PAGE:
The worst prosecutor I've ever come across is Mike Nifong of Durham County, North Carolina. Durham, NC is the home of Duke University and also where three Duke LaCrosse players were charged with rape. The case is all over the news and it turned out these players were obviously innocent (through DNA evidence).

I'm not going to rehash the whole case here, but I'm going to concentrate on the worst aspect - the conduct of Mike Nifong, the district attorney. His action were so contemptable, that he was recently disbarred in North Carolina as an attorney. He lost his law license.

Nifong made several unprofessional remarks early in the case against the accused violating ethics codes. He did not discuss the alledged assault with the victum before filing charges. The worst part was discovery. Prosecutors are required to give evidence to the defense. Nifong refused to give the DNA test results to the defense. He withheld favorable evidence for the defense.

This was all due to politics. Nifong was one term away from getting a nice pension. He was appointed DA when the then-DA took another job. He then was up for election in 2006. Durham County is a 68% Kerry County, almost as democrat as Wayne County. The primary is the election there, and Nifong had to win the primary. Durham County is also 38% black. Throw in the fact that many of the whites are probably Duke students who are likely registered in New York and elsewhere instead, and Nifong needs to get the black vote to win. Nifong (a white guy) played the race card in this case, while it was still ongoing to win his election and finish his career.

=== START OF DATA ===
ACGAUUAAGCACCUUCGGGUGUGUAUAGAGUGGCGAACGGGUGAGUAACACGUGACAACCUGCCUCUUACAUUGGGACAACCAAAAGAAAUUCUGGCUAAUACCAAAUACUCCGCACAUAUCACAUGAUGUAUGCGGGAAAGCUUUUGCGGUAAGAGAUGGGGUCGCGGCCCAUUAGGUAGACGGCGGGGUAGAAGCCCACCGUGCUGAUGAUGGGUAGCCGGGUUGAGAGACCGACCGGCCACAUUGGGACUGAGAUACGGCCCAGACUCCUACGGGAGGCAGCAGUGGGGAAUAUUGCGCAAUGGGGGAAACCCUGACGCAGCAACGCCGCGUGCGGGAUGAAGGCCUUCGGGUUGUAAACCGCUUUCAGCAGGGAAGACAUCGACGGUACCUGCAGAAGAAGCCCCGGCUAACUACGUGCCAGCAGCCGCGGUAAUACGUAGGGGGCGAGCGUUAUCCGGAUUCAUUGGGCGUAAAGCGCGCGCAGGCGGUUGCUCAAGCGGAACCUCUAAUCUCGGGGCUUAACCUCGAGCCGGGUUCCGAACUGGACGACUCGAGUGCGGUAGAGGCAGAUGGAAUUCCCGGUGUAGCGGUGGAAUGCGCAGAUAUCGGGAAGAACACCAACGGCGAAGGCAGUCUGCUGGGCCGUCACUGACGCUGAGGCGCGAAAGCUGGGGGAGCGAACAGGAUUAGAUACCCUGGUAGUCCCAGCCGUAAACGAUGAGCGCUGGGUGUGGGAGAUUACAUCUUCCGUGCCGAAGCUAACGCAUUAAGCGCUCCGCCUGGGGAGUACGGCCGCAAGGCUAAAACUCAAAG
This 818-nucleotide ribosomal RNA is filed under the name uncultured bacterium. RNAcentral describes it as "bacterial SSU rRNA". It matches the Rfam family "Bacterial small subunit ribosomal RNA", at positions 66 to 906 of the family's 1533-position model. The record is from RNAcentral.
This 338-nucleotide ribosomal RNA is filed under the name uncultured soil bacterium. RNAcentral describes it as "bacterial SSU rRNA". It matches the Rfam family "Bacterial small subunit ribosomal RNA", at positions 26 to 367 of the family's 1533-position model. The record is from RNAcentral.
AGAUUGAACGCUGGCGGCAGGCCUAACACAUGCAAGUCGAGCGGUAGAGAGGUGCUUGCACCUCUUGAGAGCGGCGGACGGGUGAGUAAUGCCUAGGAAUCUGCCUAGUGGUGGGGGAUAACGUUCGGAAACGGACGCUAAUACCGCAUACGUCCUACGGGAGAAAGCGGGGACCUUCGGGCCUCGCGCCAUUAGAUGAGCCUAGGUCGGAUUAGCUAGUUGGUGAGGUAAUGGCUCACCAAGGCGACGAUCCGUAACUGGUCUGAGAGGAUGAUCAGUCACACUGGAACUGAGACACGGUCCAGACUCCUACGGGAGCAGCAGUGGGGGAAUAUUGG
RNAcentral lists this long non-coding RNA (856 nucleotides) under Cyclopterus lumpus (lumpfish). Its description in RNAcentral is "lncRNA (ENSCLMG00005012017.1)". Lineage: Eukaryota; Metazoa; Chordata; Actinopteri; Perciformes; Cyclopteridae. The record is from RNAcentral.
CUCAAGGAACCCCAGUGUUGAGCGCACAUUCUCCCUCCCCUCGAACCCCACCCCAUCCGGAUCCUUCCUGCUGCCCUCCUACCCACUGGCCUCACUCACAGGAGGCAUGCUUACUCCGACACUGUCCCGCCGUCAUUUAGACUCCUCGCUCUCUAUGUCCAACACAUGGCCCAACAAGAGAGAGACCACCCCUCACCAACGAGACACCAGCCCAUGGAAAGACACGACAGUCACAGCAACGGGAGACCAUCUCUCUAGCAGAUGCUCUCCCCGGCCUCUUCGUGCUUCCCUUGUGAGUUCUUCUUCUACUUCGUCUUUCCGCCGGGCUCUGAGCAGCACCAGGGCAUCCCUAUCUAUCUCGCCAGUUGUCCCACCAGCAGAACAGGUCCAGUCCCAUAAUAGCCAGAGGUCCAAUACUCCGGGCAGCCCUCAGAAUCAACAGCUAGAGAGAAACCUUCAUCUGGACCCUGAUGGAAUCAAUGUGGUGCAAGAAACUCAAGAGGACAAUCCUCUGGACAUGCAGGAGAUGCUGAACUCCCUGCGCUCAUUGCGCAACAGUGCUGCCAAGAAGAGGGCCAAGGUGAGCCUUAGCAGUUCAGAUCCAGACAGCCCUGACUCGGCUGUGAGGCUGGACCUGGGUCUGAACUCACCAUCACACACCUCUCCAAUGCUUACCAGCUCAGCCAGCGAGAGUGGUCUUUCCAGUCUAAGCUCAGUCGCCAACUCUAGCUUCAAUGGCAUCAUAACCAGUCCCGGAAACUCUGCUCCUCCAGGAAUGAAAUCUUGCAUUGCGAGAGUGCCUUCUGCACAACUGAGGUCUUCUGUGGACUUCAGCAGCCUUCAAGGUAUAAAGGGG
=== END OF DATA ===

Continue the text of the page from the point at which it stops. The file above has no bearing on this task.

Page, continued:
In the end, the Duke lacrosse players were lucky. Damn lucky. They were lucky in that their families had money and that their families believed them and hired some of the best attorneys around to defend them. Most of us couldn't afford the bigtime attorneys that these individuals were able to afford. If the accused was a poor white guy from inland North Michigan, a black man from Detroit, or a Tejano from McAllen, TX, would the case turn out different? Would Nifong make a name for himself at their expense?

The sad question for all of us is this. How many more Mike Nifongs are out there? How many other times did Mike Nifong do this? How many district attorneys and prosecutors want to make a name for themselves as the expense of justice. Most prosecutors are not Mike Nifongs, but we need to be vigilant for the ones who are. Mike Nifong is infamous since he was caught.

Lastly, we all are innocent till proven guilty.

Sunday, June 17, 2007

The Ron Paul Phenomeon

The Washington Post as an article about Ron Paul and the internet.

This does not surprise me a bit. When it comes to the internet, three groups seem to dominate the web at this time. Populist and Progressive Democrats, gun owners and small l libertarians. Populist Republicans also have some strength, particulary with the immigration issue full swing.

The democrats are dominating as they are not the party in power. Republicans have talk radio. The Clintonian left (rich limosine liberals) have the mainstream media. The populist and progressives have Kos. Republidans were more active online in the 90's with the anti-Clinton sentiment. I'm starting to see that strain again come back against Bush and his immigration policy.